Smart Home. Tuesday , September 04th , 2018 - 09:06:34 AM
One of the main areas that has been explored for smart homes is that related to improving health. Several IoT smart home products have been developed that aim to monitor the status of the environment in the house. This includes, for example, monitoring the condition of the air across a number of categories - humidity, temperature, dust, CO2 etc. This information is then transmitted to a control interface where the user (the home owner or house occupier) can examine it and take appropriate action. Alternatively, this can be linked into other systems whereby automatic action can be taken to bring conditions back to the desired level, such as automatically turning air cooling or filtering systems on. Other appliance-based solutions that are on the market include fridges that can monitor the status of food, checking for spoilage or similar, while automated cleaning can help reduce dust and dirt in the house.
The threats of security breach include but not limited to insecure devices, insecure mobile apps and Wi-Fi network vulnerabilities. The smart home developer is always up and doing to secure their devices and apps through pre-engineered software and regular updates through FOTA (Firmware on the Air), once the device has been sold and being used by the Consumers. So, as an end-user, your primary concern is the network in which your device is connected.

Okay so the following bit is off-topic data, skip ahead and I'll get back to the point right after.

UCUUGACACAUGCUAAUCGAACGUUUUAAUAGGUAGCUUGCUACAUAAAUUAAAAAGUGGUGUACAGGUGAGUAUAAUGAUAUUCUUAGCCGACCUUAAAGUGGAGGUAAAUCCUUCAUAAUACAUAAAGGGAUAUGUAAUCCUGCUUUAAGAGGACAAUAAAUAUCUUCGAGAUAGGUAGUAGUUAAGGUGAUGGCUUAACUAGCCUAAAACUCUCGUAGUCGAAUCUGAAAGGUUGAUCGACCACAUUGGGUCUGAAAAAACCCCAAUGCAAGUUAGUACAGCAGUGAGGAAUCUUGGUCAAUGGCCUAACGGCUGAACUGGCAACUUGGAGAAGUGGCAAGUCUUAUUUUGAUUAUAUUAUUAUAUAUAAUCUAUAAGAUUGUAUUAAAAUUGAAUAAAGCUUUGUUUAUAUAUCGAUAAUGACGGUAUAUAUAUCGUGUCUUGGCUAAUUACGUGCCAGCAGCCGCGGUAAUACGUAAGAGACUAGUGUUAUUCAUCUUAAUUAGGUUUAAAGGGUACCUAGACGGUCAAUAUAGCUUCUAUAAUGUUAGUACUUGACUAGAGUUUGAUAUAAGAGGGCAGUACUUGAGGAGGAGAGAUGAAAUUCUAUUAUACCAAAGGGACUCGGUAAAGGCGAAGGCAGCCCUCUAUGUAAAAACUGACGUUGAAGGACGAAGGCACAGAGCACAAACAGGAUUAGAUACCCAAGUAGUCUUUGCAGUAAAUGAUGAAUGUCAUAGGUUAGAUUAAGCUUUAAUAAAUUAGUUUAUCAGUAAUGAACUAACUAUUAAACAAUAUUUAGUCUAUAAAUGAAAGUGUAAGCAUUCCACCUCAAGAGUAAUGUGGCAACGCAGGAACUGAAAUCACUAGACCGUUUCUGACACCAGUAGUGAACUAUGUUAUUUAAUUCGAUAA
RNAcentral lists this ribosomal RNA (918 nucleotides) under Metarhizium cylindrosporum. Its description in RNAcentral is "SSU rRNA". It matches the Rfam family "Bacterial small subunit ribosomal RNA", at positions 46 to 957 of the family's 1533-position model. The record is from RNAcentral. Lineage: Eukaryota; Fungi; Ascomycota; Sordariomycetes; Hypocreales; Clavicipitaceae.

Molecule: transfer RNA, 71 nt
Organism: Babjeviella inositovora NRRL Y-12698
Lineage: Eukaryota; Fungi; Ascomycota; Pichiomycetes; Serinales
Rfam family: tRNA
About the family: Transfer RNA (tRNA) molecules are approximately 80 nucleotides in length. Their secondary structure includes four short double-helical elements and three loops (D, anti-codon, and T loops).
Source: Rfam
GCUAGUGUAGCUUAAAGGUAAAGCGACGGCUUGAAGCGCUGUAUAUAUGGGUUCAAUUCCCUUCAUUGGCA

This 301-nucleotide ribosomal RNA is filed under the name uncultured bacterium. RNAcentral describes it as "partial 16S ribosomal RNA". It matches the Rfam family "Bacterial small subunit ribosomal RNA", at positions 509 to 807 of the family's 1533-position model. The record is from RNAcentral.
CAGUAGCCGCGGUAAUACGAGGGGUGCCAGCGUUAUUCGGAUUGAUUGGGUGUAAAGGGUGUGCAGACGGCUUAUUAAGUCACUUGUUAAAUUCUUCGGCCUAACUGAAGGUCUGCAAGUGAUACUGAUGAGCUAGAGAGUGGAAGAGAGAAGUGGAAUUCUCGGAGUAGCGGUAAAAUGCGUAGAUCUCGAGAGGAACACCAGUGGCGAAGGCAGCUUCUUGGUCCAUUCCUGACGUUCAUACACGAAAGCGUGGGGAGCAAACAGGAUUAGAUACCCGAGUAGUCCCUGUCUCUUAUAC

There are a few big reasons that people aren't transforming their house into full smart homes today:. The first is cost. Right now the technology necessary to get all of your appliances communicating with one another for energy conservation is cost-prohibitive for most people. "Retrofitting a house with the latest smart meters, smart monitors and energy-efficient "green" technologies can cost $10,000 or more." It won't always be this way. As the technology becomes more popular and easier to produce it will become more affordable for everyone. The second reason is because new homes are a small part of the market. Retrofitting an old place to make a modern home is more expensive than creating a smart house from scratch so the majority of the modern homes today are brand new construction homes. However these make up only a small percentage of the house sales market. And the last reason is “confusing” technology. In order for the average homeowner to adopt smart technology it needs to be super simple, user-friendly and intuitive to use. Right now some of the smart home technology is more advanced and people are intimidated by it. As we get more and more used to using it this problem will go away and smart homes will become the norm.
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